FALMOUTH — Anyone who has ever wondered how many different bridges have spanned the Presumpscot River at Allen Avenue, or where early 1800s stagecoach travelers could stop for food and drink along Blackstrap Road can now find the information easily and in one place in “Falmouth,” a new pictorial account of the town’s history from Arcadia Publishing, a South Carolina publisher of local and regional histories.
The book was written by members of the Falmouth Historical Society, who gathered photos from the society’s collection, as well as from the Falmouth Memorial Library and private sources, society President Carol Kauffman said.
“(The Historical Society) had quite a large collection of pictures and we posted fliers asking for pictures,” she said. “We were limited to 200 and we had over 350 pictures to choose from.”
The publisher had approached the society about doing a book in the past and when it asked once again in November 2007, members agreed. Kauffman said the group had to work under tight deadline and size constraints.
Most of the work was done between June and December 2008. In February 2009, they began proof-reading the printed pages.
And just this week, copies of the book, part of Arcadia’s “Images of America” series, were delivered.
Compiling Falmouth’s history in a single book was challenging, but important, because it “gives the town something to remember Falmouth by,” Kauffman said.
“And it gives me something for me to share with my grandchildren,” she added.
The book is written in five sections that paint a picture of the area’s early history as a farming, fishing and shipbuilding town; its place as a summer destination point for wealthy vacationers; and its development into a bedroom community of Portland with the availability of automobiles and the electric trolley.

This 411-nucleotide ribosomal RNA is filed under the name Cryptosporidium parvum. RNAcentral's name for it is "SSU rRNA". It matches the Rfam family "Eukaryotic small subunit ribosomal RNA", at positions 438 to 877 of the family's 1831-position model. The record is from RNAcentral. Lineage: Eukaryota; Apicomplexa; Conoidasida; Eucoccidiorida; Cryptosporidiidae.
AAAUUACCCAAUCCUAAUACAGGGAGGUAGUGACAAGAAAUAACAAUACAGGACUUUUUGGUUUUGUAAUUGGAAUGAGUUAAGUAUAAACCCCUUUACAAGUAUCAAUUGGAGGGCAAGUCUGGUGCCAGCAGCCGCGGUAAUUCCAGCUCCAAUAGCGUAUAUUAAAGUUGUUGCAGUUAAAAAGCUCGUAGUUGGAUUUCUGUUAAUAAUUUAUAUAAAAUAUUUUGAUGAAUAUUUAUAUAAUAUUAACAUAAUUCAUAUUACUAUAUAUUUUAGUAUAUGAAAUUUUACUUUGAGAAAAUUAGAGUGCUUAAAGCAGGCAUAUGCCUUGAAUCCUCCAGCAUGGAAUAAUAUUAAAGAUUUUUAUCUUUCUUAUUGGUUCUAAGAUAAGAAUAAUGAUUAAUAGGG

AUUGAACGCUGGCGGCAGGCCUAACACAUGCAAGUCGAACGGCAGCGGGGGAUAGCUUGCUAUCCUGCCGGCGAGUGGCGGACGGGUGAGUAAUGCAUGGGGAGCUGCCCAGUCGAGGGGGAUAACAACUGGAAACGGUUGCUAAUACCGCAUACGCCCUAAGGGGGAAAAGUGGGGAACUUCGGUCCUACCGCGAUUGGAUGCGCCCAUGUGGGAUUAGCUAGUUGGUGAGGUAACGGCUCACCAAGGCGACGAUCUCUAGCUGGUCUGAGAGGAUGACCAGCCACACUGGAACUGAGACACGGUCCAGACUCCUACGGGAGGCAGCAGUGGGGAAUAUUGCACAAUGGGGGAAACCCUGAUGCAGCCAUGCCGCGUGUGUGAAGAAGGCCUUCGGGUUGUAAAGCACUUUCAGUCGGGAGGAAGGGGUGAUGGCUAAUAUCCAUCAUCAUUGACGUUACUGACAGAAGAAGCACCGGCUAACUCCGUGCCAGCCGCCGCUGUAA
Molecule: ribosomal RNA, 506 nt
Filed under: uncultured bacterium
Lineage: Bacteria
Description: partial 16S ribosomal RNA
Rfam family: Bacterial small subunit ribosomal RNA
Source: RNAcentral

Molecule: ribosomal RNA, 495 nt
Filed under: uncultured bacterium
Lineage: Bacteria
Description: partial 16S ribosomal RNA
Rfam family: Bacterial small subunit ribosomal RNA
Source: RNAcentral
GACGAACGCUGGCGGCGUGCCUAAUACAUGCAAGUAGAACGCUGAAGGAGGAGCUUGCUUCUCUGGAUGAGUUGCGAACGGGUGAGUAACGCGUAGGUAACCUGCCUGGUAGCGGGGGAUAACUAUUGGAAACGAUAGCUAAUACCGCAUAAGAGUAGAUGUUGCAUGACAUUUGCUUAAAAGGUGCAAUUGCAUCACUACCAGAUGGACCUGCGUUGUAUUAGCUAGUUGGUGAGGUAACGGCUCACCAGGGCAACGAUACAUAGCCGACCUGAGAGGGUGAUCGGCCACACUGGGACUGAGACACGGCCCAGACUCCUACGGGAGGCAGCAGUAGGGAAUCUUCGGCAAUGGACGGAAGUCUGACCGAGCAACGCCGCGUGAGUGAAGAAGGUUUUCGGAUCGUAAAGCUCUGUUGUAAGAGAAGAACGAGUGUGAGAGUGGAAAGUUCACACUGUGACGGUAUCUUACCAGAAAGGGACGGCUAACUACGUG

Some of the photographs show structures that are long gone due to fire, storms or development. But other buildings are still standing today, although their purposes may have changed.
The threads of familiar family names and Falmouth landmarks are woven through the pages, celebrating the town’s heritage and grounding its present and future with its past. The pictures and stories reflect the beginnings of such honored local traditions as the Memorial Day Parade and visits to the Falmouth Memorial Library, the original wing of which was built as a private home in 1908.
“Working together (on the book) brought a lot of unity and harmony to the society,” Kauffman said. “You didn’t realize you knew so little about your home town – what a great learning experience it was and what a wonderful awakening.”
Though there are no additional book projects in the works for the society at this time, Kauffman said the group does “not want to close the doors.” Members plan to publish calendars using some of the pictures they couldn’t work into the book, and the first calendar will be “The Schools in Falmouth,” available this fall.
At $21.99, the 128-page book is available for purchase at Whipple Farm House, 781-4727, on Tuesday mornings from 9 a.m. to 12 noon or from any society board member. It is also available at Book Review, Books Etc., Longfellow, Barnes & Noble, Borders, the Maine Historical Society or directly from Arcadia Publishing at 888-313-2665.
Peggy Roberts can be reached at 781-3661 ext. 125 or email@example.com.